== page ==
A New Orleans man who got a new trial because recording problems ruined the transcript from his first one will spend the rest of his life in prison for killing a man in 1994 as he came to the assistance of his mother.
An Orleans Parish jury convicted Derek Landry, 40, of first-degree murder in the death of Lloyd "Hal" Gonzales Jr. Gonzales, 38, was shot in the face and died on the porch of his family's home in the 4400 block of Annette Street as Landry tried to take Leora Gonzales' purse. Lloyd Gonzales Sr., also was shot, but he survived a chest wound.
Landry, 40, was convicted in 1995 and sent to Angola to await death by lethal injection. But he won a second chance to plead his case when the Louisiana Supreme Court ruled his first trial was so poorly recorded that it could not be reviewed on appeal.
Construction noises and recording glitches marred the trial transcript taken down in former Judge James MeKay III's courtroom, the court ruled violating Landry's constitutional right to appellate review.
The second trial, held last week before Judge Frank Marullo, was nearly identical to the first one, with prosecutors relying on eyewitness testimony to secure a murder conviction.
Both Leora and Lloyd Gonzales Sr. testified that Landry gunned down their son.
Landry was on parole for a 1986 armed robbery when he accosted Leora Gonzales as she walked to her front door He fled with her purse, which contained $900 and credit cards. An anonymous caller told police Landry was the killer, and he was soon arrested.
A jury found him guilty of first-degree murder Friday. The panel reconvened Saturday for the sentencing hearing and within an hour returned with a unanimous decision of life in prison rather than death.
Defense attorneys called Landry's relatives to the stand to appeal for mercy on the grounds that the five children he has raised don't deserve to lose their father to execution.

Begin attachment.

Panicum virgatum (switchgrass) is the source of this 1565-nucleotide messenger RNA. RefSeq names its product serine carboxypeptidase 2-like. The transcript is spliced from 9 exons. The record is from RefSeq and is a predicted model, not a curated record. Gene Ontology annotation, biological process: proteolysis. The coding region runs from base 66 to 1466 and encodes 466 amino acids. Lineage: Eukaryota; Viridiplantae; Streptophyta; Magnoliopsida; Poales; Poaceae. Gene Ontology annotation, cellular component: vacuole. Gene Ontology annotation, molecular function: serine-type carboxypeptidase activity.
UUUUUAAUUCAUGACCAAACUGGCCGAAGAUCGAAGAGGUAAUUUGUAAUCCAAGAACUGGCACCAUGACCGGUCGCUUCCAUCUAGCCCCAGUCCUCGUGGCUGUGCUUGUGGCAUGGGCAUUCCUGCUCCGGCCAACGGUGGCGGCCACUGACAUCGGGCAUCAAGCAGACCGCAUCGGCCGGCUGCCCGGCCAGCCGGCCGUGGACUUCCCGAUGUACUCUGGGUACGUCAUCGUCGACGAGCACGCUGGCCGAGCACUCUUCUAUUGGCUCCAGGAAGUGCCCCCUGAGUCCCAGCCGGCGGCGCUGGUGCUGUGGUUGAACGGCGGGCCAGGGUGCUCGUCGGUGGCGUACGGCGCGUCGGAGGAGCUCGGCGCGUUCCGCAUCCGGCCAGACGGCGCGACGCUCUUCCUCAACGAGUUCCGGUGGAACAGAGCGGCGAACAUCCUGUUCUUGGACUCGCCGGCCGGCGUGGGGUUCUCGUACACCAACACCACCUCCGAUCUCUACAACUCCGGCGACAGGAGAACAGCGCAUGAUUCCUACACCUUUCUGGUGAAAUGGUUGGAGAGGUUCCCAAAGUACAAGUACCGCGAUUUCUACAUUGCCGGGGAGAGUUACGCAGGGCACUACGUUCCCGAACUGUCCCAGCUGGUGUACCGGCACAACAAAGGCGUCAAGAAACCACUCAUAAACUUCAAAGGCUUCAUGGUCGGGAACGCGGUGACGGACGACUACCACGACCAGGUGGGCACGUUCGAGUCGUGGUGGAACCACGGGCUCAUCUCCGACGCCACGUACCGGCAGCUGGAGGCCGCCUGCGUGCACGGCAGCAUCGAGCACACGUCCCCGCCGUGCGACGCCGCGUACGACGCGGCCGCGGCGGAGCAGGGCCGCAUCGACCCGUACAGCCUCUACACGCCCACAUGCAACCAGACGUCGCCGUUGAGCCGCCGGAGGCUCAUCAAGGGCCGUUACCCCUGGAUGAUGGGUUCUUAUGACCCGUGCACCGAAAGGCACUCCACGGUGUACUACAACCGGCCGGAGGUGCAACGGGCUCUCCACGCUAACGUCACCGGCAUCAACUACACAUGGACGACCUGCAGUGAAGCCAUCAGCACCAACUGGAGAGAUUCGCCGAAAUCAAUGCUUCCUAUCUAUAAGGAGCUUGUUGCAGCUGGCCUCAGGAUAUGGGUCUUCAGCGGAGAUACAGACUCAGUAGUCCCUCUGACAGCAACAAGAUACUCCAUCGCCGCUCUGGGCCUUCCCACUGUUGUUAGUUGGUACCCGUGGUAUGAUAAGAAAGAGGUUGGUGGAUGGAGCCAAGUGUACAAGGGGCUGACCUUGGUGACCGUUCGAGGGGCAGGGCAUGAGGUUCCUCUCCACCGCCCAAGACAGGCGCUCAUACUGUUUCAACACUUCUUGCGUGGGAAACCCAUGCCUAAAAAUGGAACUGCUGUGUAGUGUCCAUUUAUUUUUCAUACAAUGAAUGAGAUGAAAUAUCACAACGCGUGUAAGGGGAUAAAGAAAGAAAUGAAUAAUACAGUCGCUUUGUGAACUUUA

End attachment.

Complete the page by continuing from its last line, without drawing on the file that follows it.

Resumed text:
Landry's daughter told the jury how he encouraged her to stay in college and fulfill her goal of joining the military Don't be like me, do something with your life, he told the young woman now in the Air Force.
After asking the jury to spare her father, she turned to him as he was sitting across the courtroom and said, "I love you, Daddy."
Following that testimony, the defense surprised the judge and prosecutors by waiving their right to make a closing argument, a move that denied the state the opportunity to make a rebuttal.
The Landry trial marked the second time in less than a month that juries called for life sentences in capital murder trials. The law requires that such verdicts be unanimous.
Orleans Parish has sent no convicts to death row since 1997, when Phillip Anthony was condemned to die for the murder of three people at the Louisiana Pizza Kitchen in the French Quarter.
Landry's 1995 death sentence was the first such win in four years for then-District Attorney Harry Connick's office. That jury took about 90 minutes to issue the death sentence.
This time around, Landry had new attorneys, who said tremendous preparation went into the death penalty phase and that the jury appeared reluctant to even consider an execution.
"It's a wonderful commentary on the people of Orleans Parish that you can punish someone and be confident that they will be off the streets for life and that we're not a people of vengeance," defense attorney Jeffrey Smith said.
Gwen Filosa can be reached at (504) 825-3304.
By Gwen Filosa, Staff writer
Man again found guilty in killing
First conviction tossed for poor transcript